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Here’s What It Looks Like When Thousands Of Reindeer Stream Across A Frozen River In Canada’s North
April 8, 2014
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Canada's North is home to many splendours, from the 100-plus inukshuk of Enusko Point to the majestic Aurora Borealis. Here's one you may not be familiar with: up in the Mackenzie Delta region of the Northwest Territories lives Canada's only free-range herd of reindeer. And each year, that herd crosses the Mackenzie River over the Inuvik-Tuktoyaktuk ice road, a journey captured and posted to YouTube by Inuvik resident Jackie Challis, embedded above.

Videographer David Stewart was also there, and posted this to Facebook:

 

As CBC North reports, the trip brings the 3,000-strong herd from their wintering grounds at Jimmy Lake to Richards Island, their calving grounds, about 90 kilometres away.

The crossing is an annual event in the region, drawing plenty of spectators, including Zoe Ho, who posted this photo on Facebook:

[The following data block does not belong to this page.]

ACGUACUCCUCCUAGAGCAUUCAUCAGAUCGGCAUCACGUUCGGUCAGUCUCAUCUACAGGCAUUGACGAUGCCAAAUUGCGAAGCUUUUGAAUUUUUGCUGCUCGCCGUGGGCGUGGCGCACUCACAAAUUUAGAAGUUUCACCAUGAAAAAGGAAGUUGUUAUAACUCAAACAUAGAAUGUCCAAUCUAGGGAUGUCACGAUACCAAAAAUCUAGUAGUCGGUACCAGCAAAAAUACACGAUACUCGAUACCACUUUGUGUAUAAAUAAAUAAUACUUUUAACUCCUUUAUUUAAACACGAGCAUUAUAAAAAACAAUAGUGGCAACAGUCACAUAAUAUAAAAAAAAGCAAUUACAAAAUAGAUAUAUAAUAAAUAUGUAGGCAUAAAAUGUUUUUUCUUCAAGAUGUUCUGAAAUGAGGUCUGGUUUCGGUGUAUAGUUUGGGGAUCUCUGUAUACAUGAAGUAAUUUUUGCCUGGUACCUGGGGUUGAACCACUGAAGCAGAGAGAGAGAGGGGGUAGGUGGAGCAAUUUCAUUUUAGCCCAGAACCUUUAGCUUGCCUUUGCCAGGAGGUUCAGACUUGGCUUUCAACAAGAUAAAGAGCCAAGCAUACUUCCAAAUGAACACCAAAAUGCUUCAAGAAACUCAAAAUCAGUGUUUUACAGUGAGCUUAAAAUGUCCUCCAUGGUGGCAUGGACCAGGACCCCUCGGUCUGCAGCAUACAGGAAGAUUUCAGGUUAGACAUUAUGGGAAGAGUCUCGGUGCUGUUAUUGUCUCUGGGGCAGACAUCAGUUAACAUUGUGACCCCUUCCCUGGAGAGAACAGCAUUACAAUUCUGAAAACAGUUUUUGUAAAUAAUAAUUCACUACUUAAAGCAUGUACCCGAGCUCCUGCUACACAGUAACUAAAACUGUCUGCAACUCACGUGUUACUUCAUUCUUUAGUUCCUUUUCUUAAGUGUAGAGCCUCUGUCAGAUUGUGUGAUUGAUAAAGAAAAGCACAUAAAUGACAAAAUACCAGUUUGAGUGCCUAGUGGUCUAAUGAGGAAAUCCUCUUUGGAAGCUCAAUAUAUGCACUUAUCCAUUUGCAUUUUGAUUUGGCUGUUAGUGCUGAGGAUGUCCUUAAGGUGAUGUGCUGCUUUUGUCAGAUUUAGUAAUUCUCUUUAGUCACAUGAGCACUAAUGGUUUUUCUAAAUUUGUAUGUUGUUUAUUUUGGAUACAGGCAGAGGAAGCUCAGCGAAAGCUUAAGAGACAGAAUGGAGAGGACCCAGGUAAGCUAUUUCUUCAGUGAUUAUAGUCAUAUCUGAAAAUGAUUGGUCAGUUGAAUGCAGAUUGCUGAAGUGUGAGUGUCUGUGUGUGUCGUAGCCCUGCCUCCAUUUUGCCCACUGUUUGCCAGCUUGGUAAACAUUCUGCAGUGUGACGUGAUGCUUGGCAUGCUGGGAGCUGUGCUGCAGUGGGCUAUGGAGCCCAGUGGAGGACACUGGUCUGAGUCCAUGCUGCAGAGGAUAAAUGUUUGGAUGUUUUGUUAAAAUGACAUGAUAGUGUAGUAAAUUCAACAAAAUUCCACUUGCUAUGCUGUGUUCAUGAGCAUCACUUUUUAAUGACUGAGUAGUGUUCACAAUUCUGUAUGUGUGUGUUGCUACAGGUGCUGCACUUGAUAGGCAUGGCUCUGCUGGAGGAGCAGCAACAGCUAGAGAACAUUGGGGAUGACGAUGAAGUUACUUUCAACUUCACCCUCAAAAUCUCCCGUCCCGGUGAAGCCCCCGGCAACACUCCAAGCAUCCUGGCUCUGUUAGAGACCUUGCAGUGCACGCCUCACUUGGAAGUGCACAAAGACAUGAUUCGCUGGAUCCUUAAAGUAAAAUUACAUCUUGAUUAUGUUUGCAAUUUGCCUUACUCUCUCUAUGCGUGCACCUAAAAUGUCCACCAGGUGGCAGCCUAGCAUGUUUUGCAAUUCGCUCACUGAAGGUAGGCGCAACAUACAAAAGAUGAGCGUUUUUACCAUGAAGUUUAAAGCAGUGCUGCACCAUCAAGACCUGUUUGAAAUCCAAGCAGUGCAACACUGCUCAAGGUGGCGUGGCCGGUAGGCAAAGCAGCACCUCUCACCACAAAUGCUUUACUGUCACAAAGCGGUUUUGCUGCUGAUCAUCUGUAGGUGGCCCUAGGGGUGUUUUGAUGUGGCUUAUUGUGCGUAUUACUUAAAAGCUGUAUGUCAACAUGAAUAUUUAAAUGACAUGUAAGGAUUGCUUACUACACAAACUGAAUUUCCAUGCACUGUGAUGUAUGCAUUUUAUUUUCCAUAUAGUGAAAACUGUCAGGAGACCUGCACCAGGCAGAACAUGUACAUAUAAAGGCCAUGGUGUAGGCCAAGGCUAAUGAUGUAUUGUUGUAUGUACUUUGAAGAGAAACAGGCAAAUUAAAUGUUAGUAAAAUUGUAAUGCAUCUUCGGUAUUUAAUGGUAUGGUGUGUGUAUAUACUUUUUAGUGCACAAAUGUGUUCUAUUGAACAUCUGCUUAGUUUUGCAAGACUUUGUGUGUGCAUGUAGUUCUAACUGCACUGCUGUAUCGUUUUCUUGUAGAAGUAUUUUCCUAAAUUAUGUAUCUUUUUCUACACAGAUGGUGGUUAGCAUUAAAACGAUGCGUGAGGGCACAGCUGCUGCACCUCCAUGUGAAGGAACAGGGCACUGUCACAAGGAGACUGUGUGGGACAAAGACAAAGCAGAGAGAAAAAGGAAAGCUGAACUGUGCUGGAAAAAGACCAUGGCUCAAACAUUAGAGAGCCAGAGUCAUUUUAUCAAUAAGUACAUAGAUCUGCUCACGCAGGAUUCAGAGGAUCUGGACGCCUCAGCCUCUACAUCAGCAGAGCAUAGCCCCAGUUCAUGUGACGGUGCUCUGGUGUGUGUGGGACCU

The reindeer were first brought to Canada in 1935 from Alaska as part of a strategy to introduce reindeer husbandry as a livelihood in the North. Sami herders, the indigenous Finno-Ugric people from Northern Europe, were brought over to help tend them, including William Seva, who's profiled in the documentary Tundra Cowboy:

The herd is now owned by a private company called Canadian Reindeer. It came to national attention in 2008 when herders lost track of the 3,000-plus animals, leading to fears that the semi-domesticated animals could begin to mix and breed with the wild caribou (reindeer and caribou are the same species, although the latter haven't been domesticated).

Via CBC North

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